Color the Temple of Dendur - Research at the MET MediaLab
Area: Interactive Projection Mapping & Illustration
Company: Metropolitan Museum of Art
Year: Fall 2013
Work in conjunction with the Department of Egyptian Art to explore the possibilities around color projection and projection mapping onto the Temple of Dendur. We illustrated and colored digitally one of the temple's scenes to project onto the temple in order to simulate the original colors it might have had. Then we developed a storytelling/educational tool for presenting the scene to an audience: a mobile interface to control what is to be displayed: highlight different figures, animations and zoom in the glyphs. We worked under guidance of Research Fellow Erin Peters and Don Undeen, the MET MediaLab director. The work has been used in Erin's presentations, where she uses it to describe her findings about which colors hypothetically the Temple could have been painted.
We started the project by digitalizing the image of the scene. Using a high resolution photo, we did vectors for each area. We wanted to have vectors to allow us to easily tweak and test different colors. However, some parts of the scene (especially the glyphs) were eroded so Erin helped us to identify the right shapes by showing us scholar references.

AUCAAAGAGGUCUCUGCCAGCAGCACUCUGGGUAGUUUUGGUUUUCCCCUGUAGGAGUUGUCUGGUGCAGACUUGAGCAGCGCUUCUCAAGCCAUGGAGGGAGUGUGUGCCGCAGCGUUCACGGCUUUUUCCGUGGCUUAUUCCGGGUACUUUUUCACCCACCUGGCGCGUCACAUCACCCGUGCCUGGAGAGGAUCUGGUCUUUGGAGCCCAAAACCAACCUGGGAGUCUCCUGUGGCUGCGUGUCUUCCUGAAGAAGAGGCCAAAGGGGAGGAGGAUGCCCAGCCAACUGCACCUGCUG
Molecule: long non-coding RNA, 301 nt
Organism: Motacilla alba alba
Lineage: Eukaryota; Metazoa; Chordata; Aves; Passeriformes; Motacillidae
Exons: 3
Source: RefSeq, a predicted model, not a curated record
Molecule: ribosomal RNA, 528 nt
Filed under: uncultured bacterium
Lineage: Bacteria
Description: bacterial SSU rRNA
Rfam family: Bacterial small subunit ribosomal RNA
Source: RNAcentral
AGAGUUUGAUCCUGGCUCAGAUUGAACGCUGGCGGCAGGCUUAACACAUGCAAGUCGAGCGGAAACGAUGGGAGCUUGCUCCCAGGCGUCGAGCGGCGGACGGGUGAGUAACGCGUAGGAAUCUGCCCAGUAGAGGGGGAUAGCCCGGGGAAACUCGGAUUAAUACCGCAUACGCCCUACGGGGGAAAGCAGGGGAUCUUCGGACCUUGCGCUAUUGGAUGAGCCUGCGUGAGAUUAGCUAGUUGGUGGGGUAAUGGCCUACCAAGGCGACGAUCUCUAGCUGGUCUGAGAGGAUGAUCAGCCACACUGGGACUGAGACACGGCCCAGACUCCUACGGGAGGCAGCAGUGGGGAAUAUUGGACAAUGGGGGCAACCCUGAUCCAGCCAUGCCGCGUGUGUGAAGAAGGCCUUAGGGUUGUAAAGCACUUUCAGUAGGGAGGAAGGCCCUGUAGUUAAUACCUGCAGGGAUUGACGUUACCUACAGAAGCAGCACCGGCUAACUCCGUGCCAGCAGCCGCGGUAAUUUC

After finalizing the drawing, Erin gave us the colors she found in her research and we came up with a "safe" first scene. However, she also found evidences of patterns in the paintings that cannot be seen in the carvings. She sent us images that we adjusted to fit our scene. At this moment, due the granularity of details, we realized it would be just faster to work in Photoshop.
We did several visits to the Temple in the evenings. Even before we had the final results from research, so we could test different equipment and the mapping tool. Colors change a bit when projected to sandstone instead of a white wall. Because of this, we brought the researcher in and tweak the colors in real time. This was very important to the success of the project.
An important part was to add interactivity and explore different ways of presenting this image to the museum audience. From the drawings, we created animations that tell the story of the scene, e.g. the Emperor Ceaser Augustus depicted as Pharaoh arriving and offering wine to the deidities Hathor and Horus. We also wanted to explain through animations how the figures in Egyptian art are represented flat and in this case one behind the other, but in reality they were side by side. Another feature we explored was the ability to highlight different figures and their respective text. Zooming was a solution to augment the perception over specific details.
After we tested animations and came to conclusion they looked good, we needed to create a way of allowing the researcher to control them. We developed a system with openFrameworks and spacebrew that would display different scenes according to an input of a mobile interface. The researcher told us about her presentation and the interface was based in her input. We used Syphon framework to bring the video output to Madmapper - the video mapping tool that allowed us to map the drawing exactly onto the carved wall. Mapping the scene was easy and took about 5 minutes to setup.
Here is a summary of the whole process and tools we used: Get images and references, draw in Illustrator and Photoshop, import the file to Adobe After Effects to animate scenes, add these assets to an openFrameworks application that is connected to a web server (which also allows users to acess a mobile interface to control the projection) and send the visual to be projected through Syphon to Madmapper.